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Prediction of sustainability performance of ionic liquids using a group contribution framework


Project Description

The versatility and wide range of applications of ionic liquids (ILs) offer industry with endless possibilities for sustainable innovation. However, one of the main barriers to a commercial uptake of ILs has been the lack of low-cost and experiment-free mechanisms for predicting simultaneously different sustainability aspects of ILs such as their environmental impacts and physical properties. Whilst the prediction of chemical/physical properties of ILs is already well established, this needs to be expanded to include sustainability metrics. For instance, group contribution methods and molecular modelling have been widely used by the scientific community to model physical properties of molecular systems, such as heat capacities, liquid densities, viscosity, etc., but no attempt has been made to correlate sustainability parameters of ionic liquids to create a group contribution approach to model their sustainability performance. Even though there is a direct connection between molecular structure and physical properties of ionic liquids, their environmental impacts are highly dependent on the reaction pathway and precursors needed, and consequently the associated raw materials and energy resources required for their synthesis. Thus, the aim of this project is to develop a group contribution framework for the prediction of chemical/physical properties and overall level of environmental sustainability of ionic liquids, from the chemical structure and environmental impacts of ionic liquids.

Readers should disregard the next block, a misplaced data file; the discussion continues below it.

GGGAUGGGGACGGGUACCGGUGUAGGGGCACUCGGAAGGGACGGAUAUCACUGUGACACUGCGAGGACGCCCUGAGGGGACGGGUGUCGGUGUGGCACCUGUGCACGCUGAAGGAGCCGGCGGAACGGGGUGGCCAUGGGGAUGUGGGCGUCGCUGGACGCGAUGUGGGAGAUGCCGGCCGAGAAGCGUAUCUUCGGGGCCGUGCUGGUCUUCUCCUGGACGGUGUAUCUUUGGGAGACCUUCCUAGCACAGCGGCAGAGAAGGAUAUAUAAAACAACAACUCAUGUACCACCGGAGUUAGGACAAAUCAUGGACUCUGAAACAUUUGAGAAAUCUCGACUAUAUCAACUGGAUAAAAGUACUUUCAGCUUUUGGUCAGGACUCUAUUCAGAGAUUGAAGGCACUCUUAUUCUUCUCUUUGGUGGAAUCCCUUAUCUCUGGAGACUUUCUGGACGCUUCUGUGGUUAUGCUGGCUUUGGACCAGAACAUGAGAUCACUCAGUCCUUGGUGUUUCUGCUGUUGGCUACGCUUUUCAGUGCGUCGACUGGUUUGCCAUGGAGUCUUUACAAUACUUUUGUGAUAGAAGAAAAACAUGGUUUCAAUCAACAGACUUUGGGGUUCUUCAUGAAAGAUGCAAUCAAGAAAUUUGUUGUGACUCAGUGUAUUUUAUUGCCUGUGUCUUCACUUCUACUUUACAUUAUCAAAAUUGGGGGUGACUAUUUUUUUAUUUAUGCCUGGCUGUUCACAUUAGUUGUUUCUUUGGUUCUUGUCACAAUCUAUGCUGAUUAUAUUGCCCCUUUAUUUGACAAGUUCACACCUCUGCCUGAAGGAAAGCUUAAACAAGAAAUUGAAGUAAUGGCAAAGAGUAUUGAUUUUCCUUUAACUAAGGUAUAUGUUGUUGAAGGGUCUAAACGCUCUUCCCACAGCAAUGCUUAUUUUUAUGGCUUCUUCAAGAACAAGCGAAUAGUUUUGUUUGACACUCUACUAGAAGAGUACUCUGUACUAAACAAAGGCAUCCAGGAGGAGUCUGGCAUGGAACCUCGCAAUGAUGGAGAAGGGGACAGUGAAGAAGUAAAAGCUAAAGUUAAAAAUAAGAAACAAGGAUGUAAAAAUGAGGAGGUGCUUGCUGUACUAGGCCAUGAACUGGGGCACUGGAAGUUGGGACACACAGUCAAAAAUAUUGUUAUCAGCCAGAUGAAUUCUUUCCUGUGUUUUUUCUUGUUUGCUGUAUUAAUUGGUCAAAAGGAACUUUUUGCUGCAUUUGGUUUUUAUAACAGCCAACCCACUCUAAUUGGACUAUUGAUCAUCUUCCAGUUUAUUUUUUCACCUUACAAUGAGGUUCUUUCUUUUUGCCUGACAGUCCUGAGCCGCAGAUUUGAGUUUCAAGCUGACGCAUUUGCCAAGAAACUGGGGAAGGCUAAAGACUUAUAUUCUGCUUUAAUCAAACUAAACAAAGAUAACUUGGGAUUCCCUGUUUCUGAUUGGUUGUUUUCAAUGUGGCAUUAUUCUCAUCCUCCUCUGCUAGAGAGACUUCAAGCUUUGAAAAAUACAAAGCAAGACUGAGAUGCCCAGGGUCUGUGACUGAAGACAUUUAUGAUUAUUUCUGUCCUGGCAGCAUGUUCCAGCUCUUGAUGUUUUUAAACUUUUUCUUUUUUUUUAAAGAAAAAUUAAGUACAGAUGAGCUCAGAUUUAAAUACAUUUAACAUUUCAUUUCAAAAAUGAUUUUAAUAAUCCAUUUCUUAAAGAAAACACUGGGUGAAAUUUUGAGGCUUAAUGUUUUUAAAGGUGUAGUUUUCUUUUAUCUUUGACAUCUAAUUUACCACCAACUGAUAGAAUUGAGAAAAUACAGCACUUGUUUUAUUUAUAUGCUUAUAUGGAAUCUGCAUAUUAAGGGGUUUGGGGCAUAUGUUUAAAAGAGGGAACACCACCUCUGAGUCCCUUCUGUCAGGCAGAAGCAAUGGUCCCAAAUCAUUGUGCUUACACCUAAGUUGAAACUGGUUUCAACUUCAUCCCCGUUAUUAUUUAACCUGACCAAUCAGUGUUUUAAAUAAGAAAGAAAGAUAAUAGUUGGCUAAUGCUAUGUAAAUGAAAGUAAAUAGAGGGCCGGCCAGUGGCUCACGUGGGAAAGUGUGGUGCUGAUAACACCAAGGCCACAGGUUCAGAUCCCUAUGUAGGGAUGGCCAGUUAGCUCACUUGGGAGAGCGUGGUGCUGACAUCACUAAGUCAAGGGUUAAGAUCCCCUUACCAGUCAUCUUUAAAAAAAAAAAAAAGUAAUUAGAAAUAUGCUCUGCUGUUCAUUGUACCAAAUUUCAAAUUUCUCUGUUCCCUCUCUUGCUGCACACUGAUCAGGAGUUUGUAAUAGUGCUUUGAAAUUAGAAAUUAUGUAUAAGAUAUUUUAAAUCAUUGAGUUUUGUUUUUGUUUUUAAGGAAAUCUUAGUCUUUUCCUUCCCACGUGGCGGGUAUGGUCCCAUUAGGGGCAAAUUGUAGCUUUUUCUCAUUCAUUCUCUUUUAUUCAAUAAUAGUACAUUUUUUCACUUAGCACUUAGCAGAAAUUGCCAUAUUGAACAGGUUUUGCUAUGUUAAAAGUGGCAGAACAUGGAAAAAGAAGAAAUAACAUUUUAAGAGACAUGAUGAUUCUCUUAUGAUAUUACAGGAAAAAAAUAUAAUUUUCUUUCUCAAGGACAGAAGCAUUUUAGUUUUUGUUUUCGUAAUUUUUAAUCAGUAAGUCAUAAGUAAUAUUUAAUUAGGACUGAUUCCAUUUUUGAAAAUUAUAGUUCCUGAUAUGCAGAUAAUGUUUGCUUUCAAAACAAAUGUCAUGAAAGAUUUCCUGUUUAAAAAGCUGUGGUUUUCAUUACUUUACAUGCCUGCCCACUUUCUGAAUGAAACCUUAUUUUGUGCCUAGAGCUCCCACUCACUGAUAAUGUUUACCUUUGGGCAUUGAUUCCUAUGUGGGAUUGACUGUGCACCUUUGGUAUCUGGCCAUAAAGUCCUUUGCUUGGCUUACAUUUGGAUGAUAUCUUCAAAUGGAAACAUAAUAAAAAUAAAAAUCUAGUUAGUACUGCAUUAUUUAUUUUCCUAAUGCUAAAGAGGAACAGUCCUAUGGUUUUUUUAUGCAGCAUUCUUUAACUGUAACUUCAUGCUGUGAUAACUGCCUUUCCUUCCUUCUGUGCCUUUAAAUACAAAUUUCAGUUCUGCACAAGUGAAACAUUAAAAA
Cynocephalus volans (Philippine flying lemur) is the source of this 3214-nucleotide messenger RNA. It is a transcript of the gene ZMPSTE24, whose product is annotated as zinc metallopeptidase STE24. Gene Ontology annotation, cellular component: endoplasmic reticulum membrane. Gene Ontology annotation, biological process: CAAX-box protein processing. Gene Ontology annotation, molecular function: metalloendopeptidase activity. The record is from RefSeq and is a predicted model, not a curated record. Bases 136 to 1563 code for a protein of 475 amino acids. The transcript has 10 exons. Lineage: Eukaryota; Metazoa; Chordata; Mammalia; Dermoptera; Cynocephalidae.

The development of environmental predictive sustainability models for different ionic liquid head groups will be carried out through a combination of molecular modelling, statistical methods and environmental sustainability tools such as life cycle assessment. The outputs of the project will aim to guide the ILs research community and industry to screen and select the most sustainable IL candidates at early development stages. Whilst the methodology will be applied to ionic liquids, it will be generic and applicable to different specialty chemicals.

The successful applicant will join a large world-leading research group – for details, see http://www.sustainable-systems.org.uk, http://www.ceas.manchester.ac.uk/research/themes/multi-scale-modelling/ and http://www.ceas.manchester.ac.uk/research/themes/catalysis-and-porous-materials/.

Applicants should have or expect to achieve at least a 2.1 honours degree in Chemical Engineering, Chemistry, Material Science or any other related degree.

Funding Notes

This project is available for self-funded or externally sponsored students.
Students from the UK, Rest of EU and overseas are welcome to apply.

How good is research at University of Manchester in Aeronautical, Mechanical, Chemical and Manufacturing Engineering?
Chemical Engineering

FTE Category A staff submitted: 33.90

Research output data provided by the Research Excellence Framework (REF)

Click here to see the results for all UK universities

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